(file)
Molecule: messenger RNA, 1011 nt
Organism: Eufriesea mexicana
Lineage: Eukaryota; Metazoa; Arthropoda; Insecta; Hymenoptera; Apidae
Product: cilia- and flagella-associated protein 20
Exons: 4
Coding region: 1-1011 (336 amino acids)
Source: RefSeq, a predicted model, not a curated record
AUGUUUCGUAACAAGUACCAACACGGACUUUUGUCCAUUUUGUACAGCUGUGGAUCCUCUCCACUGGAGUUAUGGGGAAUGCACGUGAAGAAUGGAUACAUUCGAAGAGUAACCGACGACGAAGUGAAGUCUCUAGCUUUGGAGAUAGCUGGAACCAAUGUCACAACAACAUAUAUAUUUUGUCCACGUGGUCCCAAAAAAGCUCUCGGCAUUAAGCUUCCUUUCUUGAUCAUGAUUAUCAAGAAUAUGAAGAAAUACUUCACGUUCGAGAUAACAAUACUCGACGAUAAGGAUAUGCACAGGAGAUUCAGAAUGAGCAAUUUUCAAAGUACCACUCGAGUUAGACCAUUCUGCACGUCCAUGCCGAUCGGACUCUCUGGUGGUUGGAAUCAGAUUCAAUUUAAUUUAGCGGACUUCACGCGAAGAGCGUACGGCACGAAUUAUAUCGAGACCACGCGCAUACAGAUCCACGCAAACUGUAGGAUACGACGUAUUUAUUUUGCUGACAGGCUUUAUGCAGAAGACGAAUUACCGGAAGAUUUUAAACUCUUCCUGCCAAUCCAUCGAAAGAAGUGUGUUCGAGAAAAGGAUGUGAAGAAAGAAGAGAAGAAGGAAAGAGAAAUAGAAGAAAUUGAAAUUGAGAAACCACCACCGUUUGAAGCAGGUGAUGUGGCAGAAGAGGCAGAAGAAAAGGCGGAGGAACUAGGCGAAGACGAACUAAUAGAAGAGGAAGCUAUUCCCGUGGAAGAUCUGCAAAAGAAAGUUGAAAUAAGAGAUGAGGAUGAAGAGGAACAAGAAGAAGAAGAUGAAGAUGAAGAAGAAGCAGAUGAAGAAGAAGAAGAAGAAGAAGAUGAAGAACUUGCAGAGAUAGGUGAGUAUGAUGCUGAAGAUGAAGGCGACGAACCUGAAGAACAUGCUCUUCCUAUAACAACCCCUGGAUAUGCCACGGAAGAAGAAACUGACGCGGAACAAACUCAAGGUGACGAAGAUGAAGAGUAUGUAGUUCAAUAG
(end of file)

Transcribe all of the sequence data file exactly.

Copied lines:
Molecule: messenger RNA, 1011 nt
Organism: Eufriesea mexicana
Lineage: Eukaryota; Metazoa; Arthropoda; Insecta; Hymenoptera; Apidae
Product: cilia- and flagella-associated protein 20
Exons: 4
Coding region: 1-1011 (336 amino acids)
Source: RefSeq, a predicted model, not a curated record
AUGUUUCGUAACAAGUACCAACACGGACUUUUGUCCAUUUUGUACAGCUGUGGAUCCUCUCCACUGGAGUUAUGGGGAAUGCACGUGAAGAAUGGAUACAUUCGAAGAGUAACCGACGACGAAGUGAAGUCUCUAGCUUUGGAGAUAGCUGGAACCAAUGUCACAACAACAUAUAUAUUUUGUCCACGUGGUCCCAAAAAAGCUCUCGGCAUUAAGCUUCCUUUCUUGAUCAUGAUUAUCAAGAAUAUGAAGAAAUACUUCACGUUCGAGAUAACAAUACUCGACGAUAAGGAUAUGCACAGGAGAUUCAGAAUGAGCAAUUUUCAAAGUACCACUCGAGUUAGACCAUUCUGCACGUCCAUGCCGAUCGGACUCUCUGGUGGUUGGAAUCAGAUUCAAUUUAAUUUAGCGGACUUCACGCGAAGAGCGUACGGCACGAAUUAUAUCGAGACCACGCGCAUACAGAUCCACGCAAACUGUAGGAUACGACGUAUUUAUUUUGCUGACAGGCUUUAUGCAGAAGACGAAUUACCGGAAGAUUUUAAACUCUUCCUGCCAAUCCAUCGAAAGAAGUGUGUUCGAGAAAAGGAUGUGAAGAAAGAAGAGAAGAAGGAAAGAGAAAUAGAAGAAAUUGAAAUUGAGAAACCACCACCGUUUGAAGCAGGUGAUGUGGCAGAAGAGGCAGAAGAAAAGGCGGAGGAACUAGGCGAAGACGAACUAAUAGAAGAGGAAGCUAUUCCCGUGGAAGAUCUGCAAAAGAAAGUUGAAAUAAGAGAUGAGGAUGAAGAGGAACAAGAAGAAGAAGAUGAAGAUGAAGAAGAAGCAGAUGAAGAAGAAGAAGAAGAAGAAGAUGAAGAACUUGCAGAGAUAGGUGAGUAUGAUGCUGAAGAUGAAGGCGACGAACCUGAAGAACAUGCUCUUCCUAUAACAACCCCUGGAUAUGCCACGGAAGAAGAAACUGACGCGGAACAAACUCAAGGUGACGAAGAUGAAGAGUAUGUAGUUCAAUAG